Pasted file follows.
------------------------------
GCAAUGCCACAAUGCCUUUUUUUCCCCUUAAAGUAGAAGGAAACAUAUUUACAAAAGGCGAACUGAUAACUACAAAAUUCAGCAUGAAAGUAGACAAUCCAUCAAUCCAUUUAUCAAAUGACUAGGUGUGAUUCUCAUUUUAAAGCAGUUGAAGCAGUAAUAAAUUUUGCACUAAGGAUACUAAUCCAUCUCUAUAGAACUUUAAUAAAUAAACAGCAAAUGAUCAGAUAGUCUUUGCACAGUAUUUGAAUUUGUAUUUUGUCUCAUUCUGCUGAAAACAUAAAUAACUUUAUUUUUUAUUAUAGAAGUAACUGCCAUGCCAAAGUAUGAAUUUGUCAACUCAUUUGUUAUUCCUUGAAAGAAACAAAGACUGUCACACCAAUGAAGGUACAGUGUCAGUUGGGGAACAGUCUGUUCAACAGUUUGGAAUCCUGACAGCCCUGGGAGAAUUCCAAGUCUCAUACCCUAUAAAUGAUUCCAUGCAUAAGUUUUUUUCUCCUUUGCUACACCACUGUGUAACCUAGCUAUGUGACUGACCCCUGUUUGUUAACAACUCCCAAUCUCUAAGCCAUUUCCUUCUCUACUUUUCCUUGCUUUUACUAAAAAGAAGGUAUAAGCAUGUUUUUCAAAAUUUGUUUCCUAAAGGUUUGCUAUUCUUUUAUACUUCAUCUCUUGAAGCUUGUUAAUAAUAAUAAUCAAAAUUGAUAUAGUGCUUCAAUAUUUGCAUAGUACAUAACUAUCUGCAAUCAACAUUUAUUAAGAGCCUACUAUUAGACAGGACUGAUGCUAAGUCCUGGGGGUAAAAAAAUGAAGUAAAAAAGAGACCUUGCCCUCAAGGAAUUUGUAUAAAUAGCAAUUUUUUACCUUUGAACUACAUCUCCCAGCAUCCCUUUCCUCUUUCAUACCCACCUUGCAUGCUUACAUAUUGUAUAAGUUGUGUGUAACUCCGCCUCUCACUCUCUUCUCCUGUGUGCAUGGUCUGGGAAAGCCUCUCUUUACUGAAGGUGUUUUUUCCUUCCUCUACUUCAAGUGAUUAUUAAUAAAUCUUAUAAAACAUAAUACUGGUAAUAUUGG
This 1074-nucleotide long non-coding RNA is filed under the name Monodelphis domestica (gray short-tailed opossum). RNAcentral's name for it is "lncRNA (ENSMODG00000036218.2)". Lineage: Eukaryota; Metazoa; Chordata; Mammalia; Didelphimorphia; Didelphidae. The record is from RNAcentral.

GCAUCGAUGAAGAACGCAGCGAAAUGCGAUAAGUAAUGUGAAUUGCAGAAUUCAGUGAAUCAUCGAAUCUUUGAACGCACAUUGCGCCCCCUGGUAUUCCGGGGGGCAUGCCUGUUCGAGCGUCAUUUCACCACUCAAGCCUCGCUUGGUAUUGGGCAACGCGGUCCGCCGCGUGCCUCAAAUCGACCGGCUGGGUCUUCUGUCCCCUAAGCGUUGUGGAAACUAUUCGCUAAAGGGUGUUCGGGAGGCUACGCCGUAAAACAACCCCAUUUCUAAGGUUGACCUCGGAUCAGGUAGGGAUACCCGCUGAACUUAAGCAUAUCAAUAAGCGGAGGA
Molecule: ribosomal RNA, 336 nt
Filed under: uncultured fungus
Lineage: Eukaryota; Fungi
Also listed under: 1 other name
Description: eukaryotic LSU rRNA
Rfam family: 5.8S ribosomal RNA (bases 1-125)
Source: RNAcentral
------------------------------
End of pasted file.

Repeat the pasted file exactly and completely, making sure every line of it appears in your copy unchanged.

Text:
GCAAUGCCACAAUGCCUUUUUUUCCCCUUAAAGUAGAAGGAAACAUAUUUACAAAAGGCGAACUGAUAACUACAAAAUUCAGCAUGAAAGUAGACAAUCCAUCAAUCCAUUUAUCAAAUGACUAGGUGUGAUUCUCAUUUUAAAGCAGUUGAAGCAGUAAUAAAUUUUGCACUAAGGAUACUAAUCCAUCUCUAUAGAACUUUAAUAAAUAAACAGCAAAUGAUCAGAUAGUCUUUGCACAGUAUUUGAAUUUGUAUUUUGUCUCAUUCUGCUGAAAACAUAAAUAACUUUAUUUUUUAUUAUAGAAGUAACUGCCAUGCCAAAGUAUGAAUUUGUCAACUCAUUUGUUAUUCCUUGAAAGAAACAAAGACUGUCACACCAAUGAAGGUACAGUGUCAGUUGGGGAACAGUCUGUUCAACAGUUUGGAAUCCUGACAGCCCUGGGAGAAUUCCAAGUCUCAUACCCUAUAAAUGAUUCCAUGCAUAAGUUUUUUUCUCCUUUGCUACACCACUGUGUAACCUAGCUAUGUGACUGACCCCUGUUUGUUAACAACUCCCAAUCUCUAAGCCAUUUCCUUCUCUACUUUUCCUUGCUUUUACUAAAAAGAAGGUAUAAGCAUGUUUUUCAAAAUUUGUUUCCUAAAGGUUUGCUAUUCUUUUAUACUUCAUCUCUUGAAGCUUGUUAAUAAUAAUAAUCAAAAUUGAUAUAGUGCUUCAAUAUUUGCAUAGUACAUAACUAUCUGCAAUCAACAUUUAUUAAGAGCCUACUAUUAGACAGGACUGAUGCUAAGUCCUGGGGGUAAAAAAAUGAAGUAAAAAAGAGACCUUGCCCUCAAGGAAUUUGUAUAAAUAGCAAUUUUUUACCUUUGAACUACAUCUCCCAGCAUCCCUUUCCUCUUUCAUACCCACCUUGCAUGCUUACAUAUUGUAUAAGUUGUGUGUAACUCCGCCUCUCACUCUCUUCUCCUGUGUGCAUGGUCUGGGAAAGCCUCUCUUUACUGAAGGUGUUUUUUCCUUCCUCUACUUCAAGUGAUUAUUAAUAAAUCUUAUAAAACAUAAUACUGGUAAUAUUGG
This 1074-nucleotide long non-coding RNA is filed under the name Monodelphis domestica (gray short-tailed opossum). RNAcentral's name for it is "lncRNA (ENSMODG00000036218.2)". Lineage: Eukaryota; Metazoa; Chordata; Mammalia; Didelphimorphia; Didelphidae. The record is from RNAcentral.

GCAUCGAUGAAGAACGCAGCGAAAUGCGAUAAGUAAUGUGAAUUGCAGAAUUCAGUGAAUCAUCGAAUCUUUGAACGCACAUUGCGCCCCCUGGUAUUCCGGGGGGCAUGCCUGUUCGAGCGUCAUUUCACCACUCAAGCCUCGCUUGGUAUUGGGCAACGCGGUCCGCCGCGUGCCUCAAAUCGACCGGCUGGGUCUUCUGUCCCCUAAGCGUUGUGGAAACUAUUCGCUAAAGGGUGUUCGGGAGGCUACGCCGUAAAACAACCCCAUUUCUAAGGUUGACCUCGGAUCAGGUAGGGAUACCCGCUGAACUUAAGCAUAUCAAUAAGCGGAGGA
Molecule: ribosomal RNA, 336 nt
Filed under: uncultured fungus
Lineage: Eukaryota; Fungi
Also listed under: 1 other name
Description: eukaryotic LSU rRNA
Rfam family: 5.8S ribosomal RNA (bases 1-125)
Source: RNAcentral